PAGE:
The skill of observing involves using the senses, as appropriate, to find out about the characteristics, properties and attributes of objects, places and events.
The skill of displaying data involves organizing and presenting data collected during an inquiry in various visual forms for the purpose of summarizing results and deriving conclusions.
The skill of making conclusions involves connecting the data gathered in an inquiry back to the question and hypothesis that formed the basis of the inquiry.
Tomato plants belong to the plant group known as flowering plants or angiosperms. Flowers are important for reproduction and the production of seeds.
Because the ISS is dependent on Earth for its full life support needs, it is an open system. Scientists are working on creating a closed system using machinery and programs to recycle and reuse matter to maintain a supply of air, water, and food independent from Earth.
Eating is one of life’s great pleasures, even when orbiting 400 kilometres above the surface of the Earth. Learn how NASA is feeding today’s astronauts on the International Space Station (ISS) and see how they plan to feed tomorrow’s astronauts on a mission to Mars.
This YouTube video, by a teacher, explains the purpose of a hypothesis and how to construct one.
This YouTube video, from It’s Okay to Be Smart (PBS), explains the difference between the terms fact, theory, hypothesis and law in science.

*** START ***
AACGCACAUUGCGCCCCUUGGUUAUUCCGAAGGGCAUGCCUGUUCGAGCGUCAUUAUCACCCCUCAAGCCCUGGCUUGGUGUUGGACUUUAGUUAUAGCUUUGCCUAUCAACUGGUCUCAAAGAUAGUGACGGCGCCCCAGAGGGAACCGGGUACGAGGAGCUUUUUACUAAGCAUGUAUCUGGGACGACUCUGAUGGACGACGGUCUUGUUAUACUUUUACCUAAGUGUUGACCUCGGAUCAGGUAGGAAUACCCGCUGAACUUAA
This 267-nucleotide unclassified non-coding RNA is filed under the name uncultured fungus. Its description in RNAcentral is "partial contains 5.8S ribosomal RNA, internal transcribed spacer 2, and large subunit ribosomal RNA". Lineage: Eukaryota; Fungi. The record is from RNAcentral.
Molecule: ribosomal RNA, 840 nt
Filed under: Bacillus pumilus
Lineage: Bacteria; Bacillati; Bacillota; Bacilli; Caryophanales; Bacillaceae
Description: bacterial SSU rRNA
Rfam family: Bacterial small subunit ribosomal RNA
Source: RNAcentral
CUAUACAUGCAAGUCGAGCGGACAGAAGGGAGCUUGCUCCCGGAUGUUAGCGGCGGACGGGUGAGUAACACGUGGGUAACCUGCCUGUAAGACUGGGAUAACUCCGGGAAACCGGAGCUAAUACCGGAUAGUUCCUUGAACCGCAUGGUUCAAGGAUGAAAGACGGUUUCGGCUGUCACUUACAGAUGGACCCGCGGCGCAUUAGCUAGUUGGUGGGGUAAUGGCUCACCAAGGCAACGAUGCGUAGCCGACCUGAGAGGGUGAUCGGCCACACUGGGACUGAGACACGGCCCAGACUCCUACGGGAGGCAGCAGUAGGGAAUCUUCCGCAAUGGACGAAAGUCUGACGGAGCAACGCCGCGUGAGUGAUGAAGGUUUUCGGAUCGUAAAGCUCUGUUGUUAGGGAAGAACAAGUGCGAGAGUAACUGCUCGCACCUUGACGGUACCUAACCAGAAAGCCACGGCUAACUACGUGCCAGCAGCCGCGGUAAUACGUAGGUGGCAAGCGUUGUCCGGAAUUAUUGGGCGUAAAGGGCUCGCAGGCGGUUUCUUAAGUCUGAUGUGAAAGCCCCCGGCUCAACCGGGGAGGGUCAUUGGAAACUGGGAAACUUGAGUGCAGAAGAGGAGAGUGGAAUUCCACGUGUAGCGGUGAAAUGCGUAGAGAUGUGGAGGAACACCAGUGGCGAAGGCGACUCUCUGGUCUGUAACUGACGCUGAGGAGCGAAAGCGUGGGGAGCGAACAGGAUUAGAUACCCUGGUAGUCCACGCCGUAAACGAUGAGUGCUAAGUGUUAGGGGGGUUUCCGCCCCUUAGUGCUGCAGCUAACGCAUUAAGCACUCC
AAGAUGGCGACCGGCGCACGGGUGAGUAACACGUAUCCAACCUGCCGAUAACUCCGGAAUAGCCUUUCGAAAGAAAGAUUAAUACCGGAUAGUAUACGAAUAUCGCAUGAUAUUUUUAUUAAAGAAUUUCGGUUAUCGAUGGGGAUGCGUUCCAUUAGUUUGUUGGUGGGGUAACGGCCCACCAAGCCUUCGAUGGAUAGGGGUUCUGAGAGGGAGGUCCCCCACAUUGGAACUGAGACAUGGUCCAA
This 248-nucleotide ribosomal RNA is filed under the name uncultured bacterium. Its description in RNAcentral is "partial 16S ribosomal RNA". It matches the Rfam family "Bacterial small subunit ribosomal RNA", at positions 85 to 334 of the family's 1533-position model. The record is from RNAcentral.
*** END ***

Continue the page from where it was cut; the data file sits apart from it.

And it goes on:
This YouTube video, from teacher Courtney Mann, has information about creating well-defined, testable questions.
High Definition time lapse of three tomato plants sprouting and growing. The days listed in the bottom left corner of the screen are days since planting. The text in the bottom right indicates when the plants were watered. (1:13 min.)
Simple explanations of flower parts, pollination, and double fertilization in angiosperms. (8:04 min.)
NASA Commentator Lori Meggs speaks to researchers about Advanced Plant experiments on the International Space Station, in which they have already learned a great deal—and gotten some interesting surprises—about how plants grow in space.
NASA Commentator Lori Meggs at the Marshall Space Flight Center speaks with Gioia Massa, project scientist for Veggie, a facility astronauts are using on the International Space Station to learn about how to grow lettuce and other vegetables in space, an ability which will be important in providing food for astronauts on future deep space exploration missions which cannot be resupplied from Earth.
This YouTube video, from Simple Science by Mark Drollinger, shows how controlled experiments are done using an example with plants.
This You Tube video, from SciExperiment Basics, explains how to identify and control variables in a scientific inquiry.